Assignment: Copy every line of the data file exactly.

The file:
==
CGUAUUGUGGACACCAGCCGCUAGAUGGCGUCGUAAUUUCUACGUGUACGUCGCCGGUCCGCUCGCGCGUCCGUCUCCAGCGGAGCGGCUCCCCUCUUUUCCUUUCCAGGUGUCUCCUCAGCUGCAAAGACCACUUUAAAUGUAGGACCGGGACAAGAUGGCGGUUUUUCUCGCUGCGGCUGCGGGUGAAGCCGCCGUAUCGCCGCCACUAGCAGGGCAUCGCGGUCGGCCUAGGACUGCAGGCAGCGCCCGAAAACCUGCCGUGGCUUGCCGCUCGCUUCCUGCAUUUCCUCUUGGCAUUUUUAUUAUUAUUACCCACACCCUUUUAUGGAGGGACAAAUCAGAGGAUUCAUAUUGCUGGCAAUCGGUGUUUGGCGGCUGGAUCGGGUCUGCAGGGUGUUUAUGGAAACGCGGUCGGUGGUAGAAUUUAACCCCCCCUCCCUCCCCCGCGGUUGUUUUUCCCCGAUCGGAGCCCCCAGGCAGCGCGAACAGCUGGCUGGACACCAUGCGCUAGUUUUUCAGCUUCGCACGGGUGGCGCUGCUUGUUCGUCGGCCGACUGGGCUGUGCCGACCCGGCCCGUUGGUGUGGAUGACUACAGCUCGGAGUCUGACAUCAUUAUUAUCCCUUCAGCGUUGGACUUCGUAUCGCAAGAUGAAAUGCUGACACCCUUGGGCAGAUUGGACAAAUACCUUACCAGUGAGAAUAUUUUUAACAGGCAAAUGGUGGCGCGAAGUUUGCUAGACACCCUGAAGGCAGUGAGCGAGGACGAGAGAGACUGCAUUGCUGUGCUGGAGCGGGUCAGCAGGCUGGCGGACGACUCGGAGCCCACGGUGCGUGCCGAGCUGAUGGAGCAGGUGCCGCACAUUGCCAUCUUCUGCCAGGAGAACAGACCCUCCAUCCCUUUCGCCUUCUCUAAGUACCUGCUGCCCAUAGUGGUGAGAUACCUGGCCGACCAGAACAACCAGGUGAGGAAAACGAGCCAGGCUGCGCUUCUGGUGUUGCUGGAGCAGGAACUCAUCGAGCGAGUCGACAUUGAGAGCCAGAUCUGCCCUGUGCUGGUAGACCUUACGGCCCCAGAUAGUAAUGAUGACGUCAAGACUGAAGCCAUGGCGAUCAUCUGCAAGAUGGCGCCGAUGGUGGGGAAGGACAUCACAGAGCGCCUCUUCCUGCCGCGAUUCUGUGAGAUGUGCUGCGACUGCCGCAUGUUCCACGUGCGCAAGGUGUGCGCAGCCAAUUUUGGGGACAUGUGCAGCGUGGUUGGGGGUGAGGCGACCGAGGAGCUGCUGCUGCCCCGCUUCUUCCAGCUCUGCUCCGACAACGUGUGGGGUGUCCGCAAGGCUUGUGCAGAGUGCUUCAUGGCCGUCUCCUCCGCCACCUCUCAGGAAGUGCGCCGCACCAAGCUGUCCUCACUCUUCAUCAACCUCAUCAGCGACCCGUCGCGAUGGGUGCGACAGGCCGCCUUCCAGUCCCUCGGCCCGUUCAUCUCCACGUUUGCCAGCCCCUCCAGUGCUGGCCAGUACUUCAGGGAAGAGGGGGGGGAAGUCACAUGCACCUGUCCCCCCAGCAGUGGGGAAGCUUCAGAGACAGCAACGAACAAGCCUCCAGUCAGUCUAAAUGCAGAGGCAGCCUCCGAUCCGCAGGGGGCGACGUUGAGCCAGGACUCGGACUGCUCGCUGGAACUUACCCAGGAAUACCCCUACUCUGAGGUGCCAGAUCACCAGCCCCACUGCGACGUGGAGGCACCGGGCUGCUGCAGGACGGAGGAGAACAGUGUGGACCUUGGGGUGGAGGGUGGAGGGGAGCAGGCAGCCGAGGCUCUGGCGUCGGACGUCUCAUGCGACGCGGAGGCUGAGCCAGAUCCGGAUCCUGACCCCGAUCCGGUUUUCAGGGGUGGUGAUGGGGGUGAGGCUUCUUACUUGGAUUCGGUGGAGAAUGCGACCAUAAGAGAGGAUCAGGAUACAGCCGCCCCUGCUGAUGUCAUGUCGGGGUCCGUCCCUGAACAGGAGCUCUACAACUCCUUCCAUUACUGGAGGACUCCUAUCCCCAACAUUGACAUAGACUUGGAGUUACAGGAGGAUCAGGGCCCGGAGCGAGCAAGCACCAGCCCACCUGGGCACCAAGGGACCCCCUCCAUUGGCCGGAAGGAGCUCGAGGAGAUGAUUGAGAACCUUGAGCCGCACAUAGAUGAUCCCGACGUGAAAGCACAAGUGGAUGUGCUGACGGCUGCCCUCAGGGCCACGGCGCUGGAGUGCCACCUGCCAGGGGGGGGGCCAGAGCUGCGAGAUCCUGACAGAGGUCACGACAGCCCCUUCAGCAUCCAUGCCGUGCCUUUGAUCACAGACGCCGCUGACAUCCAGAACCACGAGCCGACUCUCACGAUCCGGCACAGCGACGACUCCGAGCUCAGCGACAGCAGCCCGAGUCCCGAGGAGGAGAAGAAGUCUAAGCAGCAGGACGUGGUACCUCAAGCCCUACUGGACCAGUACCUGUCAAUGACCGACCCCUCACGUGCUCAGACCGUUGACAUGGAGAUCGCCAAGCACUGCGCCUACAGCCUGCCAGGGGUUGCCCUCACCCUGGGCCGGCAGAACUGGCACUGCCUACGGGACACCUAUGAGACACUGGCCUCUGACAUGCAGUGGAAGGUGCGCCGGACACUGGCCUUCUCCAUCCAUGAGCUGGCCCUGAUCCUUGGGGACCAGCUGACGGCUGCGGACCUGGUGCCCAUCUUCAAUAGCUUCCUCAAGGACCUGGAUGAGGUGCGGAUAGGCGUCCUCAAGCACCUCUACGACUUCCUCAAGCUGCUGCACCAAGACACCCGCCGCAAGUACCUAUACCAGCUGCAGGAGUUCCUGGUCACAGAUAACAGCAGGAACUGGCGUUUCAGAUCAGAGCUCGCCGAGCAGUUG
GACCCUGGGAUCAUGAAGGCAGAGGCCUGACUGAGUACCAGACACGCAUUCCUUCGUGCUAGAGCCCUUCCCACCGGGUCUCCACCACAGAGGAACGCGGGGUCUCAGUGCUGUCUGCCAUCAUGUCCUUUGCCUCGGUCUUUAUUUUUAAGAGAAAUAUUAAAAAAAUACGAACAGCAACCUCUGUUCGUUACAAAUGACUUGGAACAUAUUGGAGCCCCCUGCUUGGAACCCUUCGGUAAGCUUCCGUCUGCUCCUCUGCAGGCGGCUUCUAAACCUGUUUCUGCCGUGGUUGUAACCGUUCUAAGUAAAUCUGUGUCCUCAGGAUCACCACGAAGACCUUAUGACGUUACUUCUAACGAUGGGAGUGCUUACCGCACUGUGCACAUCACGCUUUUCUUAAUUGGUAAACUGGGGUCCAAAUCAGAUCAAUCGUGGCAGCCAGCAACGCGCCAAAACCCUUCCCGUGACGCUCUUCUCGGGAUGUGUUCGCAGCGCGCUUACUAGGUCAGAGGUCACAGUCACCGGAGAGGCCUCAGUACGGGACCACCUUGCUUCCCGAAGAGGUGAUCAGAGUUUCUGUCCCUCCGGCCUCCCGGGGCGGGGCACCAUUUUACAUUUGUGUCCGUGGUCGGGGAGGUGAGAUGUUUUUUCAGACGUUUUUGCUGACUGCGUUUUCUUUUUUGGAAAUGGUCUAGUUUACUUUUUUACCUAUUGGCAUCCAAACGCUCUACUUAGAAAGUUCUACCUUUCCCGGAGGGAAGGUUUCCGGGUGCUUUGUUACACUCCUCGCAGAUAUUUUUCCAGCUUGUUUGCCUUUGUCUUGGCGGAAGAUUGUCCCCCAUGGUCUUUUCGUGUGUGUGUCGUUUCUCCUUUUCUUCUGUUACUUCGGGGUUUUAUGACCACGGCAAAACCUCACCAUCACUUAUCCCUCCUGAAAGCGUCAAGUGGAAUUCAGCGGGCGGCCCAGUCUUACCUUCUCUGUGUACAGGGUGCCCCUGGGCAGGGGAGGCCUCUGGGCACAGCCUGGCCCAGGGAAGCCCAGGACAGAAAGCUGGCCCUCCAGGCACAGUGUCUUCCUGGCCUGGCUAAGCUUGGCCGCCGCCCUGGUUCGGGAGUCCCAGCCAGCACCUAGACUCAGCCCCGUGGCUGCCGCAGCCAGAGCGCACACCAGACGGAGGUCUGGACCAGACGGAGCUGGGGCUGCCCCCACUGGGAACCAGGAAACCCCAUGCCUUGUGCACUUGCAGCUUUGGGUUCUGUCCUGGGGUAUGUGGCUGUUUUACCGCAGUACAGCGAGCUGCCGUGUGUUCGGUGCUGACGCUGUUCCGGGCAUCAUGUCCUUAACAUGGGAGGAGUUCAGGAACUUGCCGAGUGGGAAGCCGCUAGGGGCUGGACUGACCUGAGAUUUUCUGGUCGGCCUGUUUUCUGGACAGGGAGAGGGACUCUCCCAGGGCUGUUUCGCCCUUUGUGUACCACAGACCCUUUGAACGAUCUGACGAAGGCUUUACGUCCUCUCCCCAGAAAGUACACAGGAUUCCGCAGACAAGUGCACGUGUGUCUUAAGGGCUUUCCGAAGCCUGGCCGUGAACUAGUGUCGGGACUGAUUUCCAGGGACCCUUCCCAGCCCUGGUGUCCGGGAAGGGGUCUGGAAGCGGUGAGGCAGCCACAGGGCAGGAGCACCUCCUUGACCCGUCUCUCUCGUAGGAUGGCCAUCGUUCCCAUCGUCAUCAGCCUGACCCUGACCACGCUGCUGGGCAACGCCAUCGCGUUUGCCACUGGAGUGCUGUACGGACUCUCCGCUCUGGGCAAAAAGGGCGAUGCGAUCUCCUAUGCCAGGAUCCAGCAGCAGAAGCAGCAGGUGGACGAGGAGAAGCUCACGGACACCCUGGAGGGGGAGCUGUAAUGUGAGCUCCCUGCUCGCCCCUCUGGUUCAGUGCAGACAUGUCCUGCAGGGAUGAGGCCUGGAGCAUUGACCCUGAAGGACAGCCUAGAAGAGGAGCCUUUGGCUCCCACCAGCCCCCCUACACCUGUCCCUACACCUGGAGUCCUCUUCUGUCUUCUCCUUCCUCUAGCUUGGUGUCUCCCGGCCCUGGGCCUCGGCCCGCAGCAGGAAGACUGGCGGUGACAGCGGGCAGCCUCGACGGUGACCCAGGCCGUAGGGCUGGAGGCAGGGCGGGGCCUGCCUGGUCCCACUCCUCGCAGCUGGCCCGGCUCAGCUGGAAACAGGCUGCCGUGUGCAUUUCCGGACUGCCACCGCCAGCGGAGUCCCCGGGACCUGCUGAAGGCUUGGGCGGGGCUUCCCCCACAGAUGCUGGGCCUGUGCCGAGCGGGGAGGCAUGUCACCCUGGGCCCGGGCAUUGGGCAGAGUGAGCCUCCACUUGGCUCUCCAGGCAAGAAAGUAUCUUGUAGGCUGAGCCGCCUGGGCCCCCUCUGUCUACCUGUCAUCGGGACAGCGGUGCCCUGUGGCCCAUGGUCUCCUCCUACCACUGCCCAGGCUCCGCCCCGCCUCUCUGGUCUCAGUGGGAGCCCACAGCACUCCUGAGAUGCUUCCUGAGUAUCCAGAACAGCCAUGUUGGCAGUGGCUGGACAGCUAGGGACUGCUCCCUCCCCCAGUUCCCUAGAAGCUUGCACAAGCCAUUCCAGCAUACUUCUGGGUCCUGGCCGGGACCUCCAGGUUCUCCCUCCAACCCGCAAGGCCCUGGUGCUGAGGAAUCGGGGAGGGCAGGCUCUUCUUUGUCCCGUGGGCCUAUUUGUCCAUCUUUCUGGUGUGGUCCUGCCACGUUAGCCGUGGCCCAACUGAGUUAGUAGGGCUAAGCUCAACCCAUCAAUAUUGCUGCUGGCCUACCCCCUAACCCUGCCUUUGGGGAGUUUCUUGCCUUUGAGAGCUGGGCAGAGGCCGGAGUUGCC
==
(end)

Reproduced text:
CGUAUUGUGGACACCAGCCGCUAGAUGGCGUCGUAAUUUCUACGUGUACGUCGCCGGUCCGCUCGCGCGUCCGUCUCCAGCGGAGCGGCUCCCCUCUUUUCCUUUCCAGGUGUCUCCUCAGCUGCAAAGACCACUUUAAAUGUAGGACCGGGACAAGAUGGCGGUUUUUCUCGCUGCGGCUGCGGGUGAAGCCGCCGUAUCGCCGCCACUAGCAGGGCAUCGCGGUCGGCCUAGGACUGCAGGCAGCGCCCGAAAACCUGCCGUGGCUUGCCGCUCGCUUCCUGCAUUUCCUCUUGGCAUUUUUAUUAUUAUUACCCACACCCUUUUAUGGAGGGACAAAUCAGAGGAUUCAUAUUGCUGGCAAUCGGUGUUUGGCGGCUGGAUCGGGUCUGCAGGGUGUUUAUGGAAACGCGGUCGGUGGUAGAAUUUAACCCCCCCUCCCUCCCCCGCGGUUGUUUUUCCCCGAUCGGAGCCCCCAGGCAGCGCGAACAGCUGGCUGGACACCAUGCGCUAGUUUUUCAGCUUCGCACGGGUGGCGCUGCUUGUUCGUCGGCCGACUGGGCUGUGCCGACCCGGCCCGUUGGUGUGGAUGACUACAGCUCGGAGUCUGACAUCAUUAUUAUCCCUUCAGCGUUGGACUUCGUAUCGCAAGAUGAAAUGCUGACACCCUUGGGCAGAUUGGACAAAUACCUUACCAGUGAGAAUAUUUUUAACAGGCAAAUGGUGGCGCGAAGUUUGCUAGACACCCUGAAGGCAGUGAGCGAGGACGAGAGAGACUGCAUUGCUGUGCUGGAGCGGGUCAGCAGGCUGGCGGACGACUCGGAGCCCACGGUGCGUGCCGAGCUGAUGGAGCAGGUGCCGCACAUUGCCAUCUUCUGCCAGGAGAACAGACCCUCCAUCCCUUUCGCCUUCUCUAAGUACCUGCUGCCCAUAGUGGUGAGAUACCUGGCCGACCAGAACAACCAGGUGAGGAAAACGAGCCAGGCUGCGCUUCUGGUGUUGCUGGAGCAGGAACUCAUCGAGCGAGUCGACAUUGAGAGCCAGAUCUGCCCUGUGCUGGUAGACCUUACGGCCCCAGAUAGUAAUGAUGACGUCAAGACUGAAGCCAUGGCGAUCAUCUGCAAGAUGGCGCCGAUGGUGGGGAAGGACAUCACAGAGCGCCUCUUCCUGCCGCGAUUCUGUGAGAUGUGCUGCGACUGCCGCAUGUUCCACGUGCGCAAGGUGUGCGCAGCCAAUUUUGGGGACAUGUGCAGCGUGGUUGGGGGUGAGGCGACCGAGGAGCUGCUGCUGCCCCGCUUCUUCCAGCUCUGCUCCGACAACGUGUGGGGUGUCCGCAAGGCUUGUGCAGAGUGCUUCAUGGCCGUCUCCUCCGCCACCUCUCAGGAAGUGCGCCGCACCAAGCUGUCCUCACUCUUCAUCAACCUCAUCAGCGACCCGUCGCGAUGGGUGCGACAGGCCGCCUUCCAGUCCCUCGGCCCGUUCAUCUCCACGUUUGCCAGCCCCUCCAGUGCUGGCCAGUACUUCAGGGAAGAGGGGGGGGAAGUCACAUGCACCUGUCCCCCCAGCAGUGGGGAAGCUUCAGAGACAGCAACGAACAAGCCUCCAGUCAGUCUAAAUGCAGAGGCAGCCUCCGAUCCGCAGGGGGCGACGUUGAGCCAGGACUCGGACUGCUCGCUGGAACUUACCCAGGAAUACCCCUACUCUGAGGUGCCAGAUCACCAGCCCCACUGCGACGUGGAGGCACCGGGCUGCUGCAGGACGGAGGAGAACAGUGUGGACCUUGGGGUGGAGGGUGGAGGGGAGCAGGCAGCCGAGGCUCUGGCGUCGGACGUCUCAUGCGACGCGGAGGCUGAGCCAGAUCCGGAUCCUGACCCCGAUCCGGUUUUCAGGGGUGGUGAUGGGGGUGAGGCUUCUUACUUGGAUUCGGUGGAGAAUGCGACCAUAAGAGAGGAUCAGGAUACAGCCGCCCCUGCUGAUGUCAUGUCGGGGUCCGUCCCUGAACAGGAGCUCUACAACUCCUUCCAUUACUGGAGGACUCCUAUCCCCAACAUUGACAUAGACUUGGAGUUACAGGAGGAUCAGGGCCCGGAGCGAGCAAGCACCAGCCCACCUGGGCACCAAGGGACCCCCUCCAUUGGCCGGAAGGAGCUCGAGGAGAUGAUUGAGAACCUUGAGCCGCACAUAGAUGAUCCCGACGUGAAAGCACAAGUGGAUGUGCUGACGGCUGCCCUCAGGGCCACGGCGCUGGAGUGCCACCUGCCAGGGGGGGGGCCAGAGCUGCGAGAUCCUGACAGAGGUCACGACAGCCCCUUCAGCAUCCAUGCCGUGCCUUUGAUCACAGACGCCGCUGACAUCCAGAACCACGAGCCGACUCUCACGAUCCGGCACAGCGACGACUCCGAGCUCAGCGACAGCAGCCCGAGUCCCGAGGAGGAGAAGAAGUCUAAGCAGCAGGACGUGGUACCUCAAGCCCUACUGGACCAGUACCUGUCAAUGACCGACCCCUCACGUGCUCAGACCGUUGACAUGGAGAUCGCCAAGCACUGCGCCUACAGCCUGCCAGGGGUUGCCCUCACCCUGGGCCGGCAGAACUGGCACUGCCUACGGGACACCUAUGAGACACUGGCCUCUGACAUGCAGUGGAAGGUGCGCCGGACACUGGCCUUCUCCAUCCAUGAGCUGGCCCUGAUCCUUGGGGACCAGCUGACGGCUGCGGACCUGGUGCCCAUCUUCAAUAGCUUCCUCAAGGACCUGGAUGAGGUGCGGAUAGGCGUCCUCAAGCACCUCUACGACUUCCUCAAGCUGCUGCACCAAGACACCCGCCGCAAGUACCUAUACCAGCUGCAGGAGUUCCUGGUCACAGAUAACAGCAGGAACUGGCGUUUCAGAUCAGAGCUCGCCGAGCAGUUG
GACCCUGGGAUCAUGAAGGCAGAGGCCUGACUGAGUACCAGACACGCAUUCCUUCGUGCUAGAGCCCUUCCCACCGGGUCUCCACCACAGAGGAACGCGGGGUCUCAGUGCUGUCUGCCAUCAUGUCCUUUGCCUCGGUCUUUAUUUUUAAGAGAAAUAUUAAAAAAAUACGAACAGCAACCUCUGUUCGUUACAAAUGACUUGGAACAUAUUGGAGCCCCCUGCUUGGAACCCUUCGGUAAGCUUCCGUCUGCUCCUCUGCAGGCGGCUUCUAAACCUGUUUCUGCCGUGGUUGUAACCGUUCUAAGUAAAUCUGUGUCCUCAGGAUCACCACGAAGACCUUAUGACGUUACUUCUAACGAUGGGAGUGCUUACCGCACUGUGCACAUCACGCUUUUCUUAAUUGGUAAACUGGGGUCCAAAUCAGAUCAAUCGUGGCAGCCAGCAACGCGCCAAAACCCUUCCCGUGACGCUCUUCUCGGGAUGUGUUCGCAGCGCGCUUACUAGGUCAGAGGUCACAGUCACCGGAGAGGCCUCAGUACGGGACCACCUUGCUUCCCGAAGAGGUGAUCAGAGUUUCUGUCCCUCCGGCCUCCCGGGGCGGGGCACCAUUUUACAUUUGUGUCCGUGGUCGGGGAGGUGAGAUGUUUUUUCAGACGUUUUUGCUGACUGCGUUUUCUUUUUUGGAAAUGGUCUAGUUUACUUUUUUACCUAUUGGCAUCCAAACGCUCUACUUAGAAAGUUCUACCUUUCCCGGAGGGAAGGUUUCCGGGUGCUUUGUUACACUCCUCGCAGAUAUUUUUCCAGCUUGUUUGCCUUUGUCUUGGCGGAAGAUUGUCCCCCAUGGUCUUUUCGUGUGUGUGUCGUUUCUCCUUUUCUUCUGUUACUUCGGGGUUUUAUGACCACGGCAAAACCUCACCAUCACUUAUCCCUCCUGAAAGCGUCAAGUGGAAUUCAGCGGGCGGCCCAGUCUUACCUUCUCUGUGUACAGGGUGCCCCUGGGCAGGGGAGGCCUCUGGGCACAGCCUGGCCCAGGGAAGCCCAGGACAGAAAGCUGGCCCUCCAGGCACAGUGUCUUCCUGGCCUGGCUAAGCUUGGCCGCCGCCCUGGUUCGGGAGUCCCAGCCAGCACCUAGACUCAGCCCCGUGGCUGCCGCAGCCAGAGCGCACACCAGACGGAGGUCUGGACCAGACGGAGCUGGGGCUGCCCCCACUGGGAACCAGGAAACCCCAUGCCUUGUGCACUUGCAGCUUUGGGUUCUGUCCUGGGGUAUGUGGCUGUUUUACCGCAGUACAGCGAGCUGCCGUGUGUUCGGUGCUGACGCUGUUCCGGGCAUCAUGUCCUUAACAUGGGAGGAGUUCAGGAACUUGCCGAGUGGGAAGCCGCUAGGGGCUGGACUGACCUGAGAUUUUCUGGUCGGCCUGUUUUCUGGACAGGGAGAGGGACUCUCCCAGGGCUGUUUCGCCCUUUGUGUACCACAGACCCUUUGAACGAUCUGACGAAGGCUUUACGUCCUCUCCCCAGAAAGUACACAGGAUUCCGCAGACAAGUGCACGUGUGUCUUAAGGGCUUUCCGAAGCCUGGCCGUGAACUAGUGUCGGGACUGAUUUCCAGGGACCCUUCCCAGCCCUGGUGUCCGGGAAGGGGUCUGGAAGCGGUGAGGCAGCCACAGGGCAGGAGCACCUCCUUGACCCGUCUCUCUCGUAGGAUGGCCAUCGUUCCCAUCGUCAUCAGCCUGACCCUGACCACGCUGCUGGGCAACGCCAUCGCGUUUGCCACUGGAGUGCUGUACGGACUCUCCGCUCUGGGCAAAAAGGGCGAUGCGAUCUCCUAUGCCAGGAUCCAGCAGCAGAAGCAGCAGGUGGACGAGGAGAAGCUCACGGACACCCUGGAGGGGGAGCUGUAAUGUGAGCUCCCUGCUCGCCCCUCUGGUUCAGUGCAGACAUGUCCUGCAGGGAUGAGGCCUGGAGCAUUGACCCUGAAGGACAGCCUAGAAGAGGAGCCUUUGGCUCCCACCAGCCCCCCUACACCUGUCCCUACACCUGGAGUCCUCUUCUGUCUUCUCCUUCCUCUAGCUUGGUGUCUCCCGGCCCUGGGCCUCGGCCCGCAGCAGGAAGACUGGCGGUGACAGCGGGCAGCCUCGACGGUGACCCAGGCCGUAGGGCUGGAGGCAGGGCGGGGCCUGCCUGGUCCCACUCCUCGCAGCUGGCCCGGCUCAGCUGGAAACAGGCUGCCGUGUGCAUUUCCGGACUGCCACCGCCAGCGGAGUCCCCGGGACCUGCUGAAGGCUUGGGCGGGGCUUCCCCCACAGAUGCUGGGCCUGUGCCGAGCGGGGAGGCAUGUCACCCUGGGCCCGGGCAUUGGGCAGAGUGAGCCUCCACUUGGCUCUCCAGGCAAGAAAGUAUCUUGUAGGCUGAGCCGCCUGGGCCCCCUCUGUCUACCUGUCAUCGGGACAGCGGUGCCCUGUGGCCCAUGGUCUCCUCCUACCACUGCCCAGGCUCCGCCCCGCCUCUCUGGUCUCAGUGGGAGCCCACAGCACUCCUGAGAUGCUUCCUGAGUAUCCAGAACAGCCAUGUUGGCAGUGGCUGGACAGCUAGGGACUGCUCCCUCCCCCAGUUCCCUAGAAGCUUGCACAAGCCAUUCCAGCAUACUUCUGGGUCCUGGCCGGGACCUCCAGGUUCUCCCUCCAACCCGCAAGGCCCUGGUGCUGAGGAAUCGGGGAGGGCAGGCUCUUCUUUGUCCCGUGGGCCUAUUUGUCCAUCUUUCUGGUGUGGUCCUGCCACGUUAGCCGUGGCCCAACUGAGUUAGUAGGGCUAAGCUCAACCCAUCAAUAUUGCUGCUGGCCUACCCCCUAACCCUGCCUUUGGGGAGUUUCUUGCCUUUGAGAGCUGGGCAGAGGCCGGAGUUGCC